1. With reference to contributions by King Malcolm III Canmore (r.1057-1093) towards strengthening the clan system, Frank Adam (op. cit. p 16) states, "The Chronicles of Scotland relate that 'He (Malcolm) was a religious and valiant king; he rewarded his nobles with great lands and offices, and commanded that the lands and offices should be called after their names.' It is not to be supposed that he did this specifically, but he did bring about a state of progress wherein the chiefs of tribes came to be named from, or gave names to their duthus, and began to use such names."
I have searched with some difficulty to come up with another Highland Clan that has been named after its territory instead of its chief or its duthus. While doing so, however, I came across a most interesting explanation for the name of the Black Isle, which is neither black nor an isle. "T'Eilean Dhubthaich", meaning St. Duthus' Isle, somehow became recorded as "T'Eileen Dubh", the Black Isle. Further substantiation of this possibility lies in the fact that pilgrims, including King James IV, used to cross the Black Isle on their way to St. Duthus' Shrine in Tain. Since this shrine was the duthus of Clan Ross and held the relics of their revered saint, is it not unusual that no-one bears the name of "Duthus" according to the edict of King Malcolm III? Isn't it beyond comparison that the name of "Ross" pays homage to the land of its origin? [In my humble opinion, this is quite unique in all of the annals of Scottish History!]
2. John Scott Keltie (1840 - 1927) was a Scottish geographer. He was an editor of The Statesman's Yearbook (1883 - 1926), and author of A History of the Scottish Highlands and Clans, 1874.
3. Smibert, of the mid 19th century, is among a handful of Scots, including Logan before him and the Smiths around the same period, who may be considered experts when it comes to tartans and plaids. Nobody will dispute the fact that Smibert became adept at counting the particular arrangements of stripes and bars and threads. Furthermore, he was probably inspired by the sudden glorification and fictionalization of so-called "Highland traditions, culture, dress, etiquette, weaponry, etc." Sir Walter Scott had been very popular and the "gentry" in particular could make a writer or a Scottish "expert" very rich (if he played his cards correctly).
4. Allow me to share with all genealogists and Clan History enthusiasts, a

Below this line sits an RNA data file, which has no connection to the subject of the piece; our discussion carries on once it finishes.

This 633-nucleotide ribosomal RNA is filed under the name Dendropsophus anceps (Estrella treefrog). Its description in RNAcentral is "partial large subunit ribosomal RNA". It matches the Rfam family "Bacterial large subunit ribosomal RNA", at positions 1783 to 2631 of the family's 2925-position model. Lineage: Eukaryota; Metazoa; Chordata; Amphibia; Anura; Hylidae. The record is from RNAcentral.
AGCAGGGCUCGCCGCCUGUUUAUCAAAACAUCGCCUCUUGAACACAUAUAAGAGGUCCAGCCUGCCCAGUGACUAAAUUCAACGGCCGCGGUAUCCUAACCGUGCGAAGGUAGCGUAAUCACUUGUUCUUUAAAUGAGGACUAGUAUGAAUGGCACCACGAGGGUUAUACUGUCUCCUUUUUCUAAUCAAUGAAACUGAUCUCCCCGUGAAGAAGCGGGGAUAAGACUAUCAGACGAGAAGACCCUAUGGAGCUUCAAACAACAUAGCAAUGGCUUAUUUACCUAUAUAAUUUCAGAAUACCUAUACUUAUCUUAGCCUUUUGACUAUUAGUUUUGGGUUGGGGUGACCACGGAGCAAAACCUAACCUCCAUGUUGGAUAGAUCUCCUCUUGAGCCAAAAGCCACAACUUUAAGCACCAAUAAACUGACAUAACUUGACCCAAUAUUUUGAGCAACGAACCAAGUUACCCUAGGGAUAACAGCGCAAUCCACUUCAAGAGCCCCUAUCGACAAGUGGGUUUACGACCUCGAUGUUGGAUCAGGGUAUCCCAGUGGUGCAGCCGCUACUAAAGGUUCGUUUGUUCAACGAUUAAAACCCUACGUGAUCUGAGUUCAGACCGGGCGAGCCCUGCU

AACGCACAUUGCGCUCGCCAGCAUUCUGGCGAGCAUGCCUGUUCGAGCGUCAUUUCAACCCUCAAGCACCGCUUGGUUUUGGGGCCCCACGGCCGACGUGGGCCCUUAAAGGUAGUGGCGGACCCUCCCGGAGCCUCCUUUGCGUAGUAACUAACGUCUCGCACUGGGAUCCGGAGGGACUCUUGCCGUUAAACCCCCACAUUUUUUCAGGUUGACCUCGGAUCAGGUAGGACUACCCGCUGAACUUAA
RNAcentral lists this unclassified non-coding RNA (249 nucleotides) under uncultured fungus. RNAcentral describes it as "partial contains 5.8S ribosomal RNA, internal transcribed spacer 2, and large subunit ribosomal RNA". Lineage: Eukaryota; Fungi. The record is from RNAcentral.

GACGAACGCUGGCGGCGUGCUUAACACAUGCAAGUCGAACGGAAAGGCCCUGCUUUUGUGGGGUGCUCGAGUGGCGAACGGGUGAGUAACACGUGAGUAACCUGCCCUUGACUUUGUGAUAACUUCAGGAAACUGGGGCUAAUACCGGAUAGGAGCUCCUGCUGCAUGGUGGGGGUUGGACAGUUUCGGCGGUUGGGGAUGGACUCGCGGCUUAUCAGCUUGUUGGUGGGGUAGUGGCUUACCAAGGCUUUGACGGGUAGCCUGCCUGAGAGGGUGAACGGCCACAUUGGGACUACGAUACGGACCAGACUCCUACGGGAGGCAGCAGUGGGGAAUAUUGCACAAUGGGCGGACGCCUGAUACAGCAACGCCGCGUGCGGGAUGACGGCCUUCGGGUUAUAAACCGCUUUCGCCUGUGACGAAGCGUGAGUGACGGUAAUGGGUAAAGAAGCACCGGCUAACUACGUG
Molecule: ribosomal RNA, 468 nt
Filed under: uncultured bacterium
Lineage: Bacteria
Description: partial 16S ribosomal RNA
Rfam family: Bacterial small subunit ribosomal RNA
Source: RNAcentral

note of frustration from one Campbell historian who suddenly discovered
the obvious. The reference is from the Spring, 1992 Clan Campbell Society Journal, North America, on page 22.
NAMES ASSOCIATED WITH CLAN CAMPBELL - "The list of 'septs' put out up to
now were, in most cases it now appears, not originally compiled by any
clan Chief or historian but by the manufacturers of tartan for the
purpose of linking as many people to known tartans as possible so as to
Until recently, books on Clans and tartans containing 'Sept Lists' were
sometimes considered to be largely tourist fare, and consequently, their
purported information was put out most often without any input from the
clans involved. This is one reason why most show the wrong Campbell
tartan and why the facts behind the 'Sept Lists' are only now being
investigated by clan historians and genealogists.
The result is that very little serious research has been done into the
question of what came to be 'Sept Names'. One instance of a connection
of a name to a clan cannot be used to argue that all of that name belong
to that clan."
I repeat the following caveat ...
As though it wasn't enough that these purveyors of invented plaids and
counters of fictitious setts profited from the ignorance of fellow Scots
while drumming up business to rid themselves of surplus stock, they
fancied themselves as historians ... and were often quoted as experts by
their lazy contemporaries (in the wake of Sir Walter Scott). Sad to say,
some of those faulty histories of clans are currently repeated by some
who have been duped into believing that they are true. Let the reader be wary.
The fact is that, for most Highland Clans, their great history in
Scotland ended with Culloden and the Clearances.
J. Douglas Ross ;~}
. . . TO BE UPDATED AS REQUIRED . . .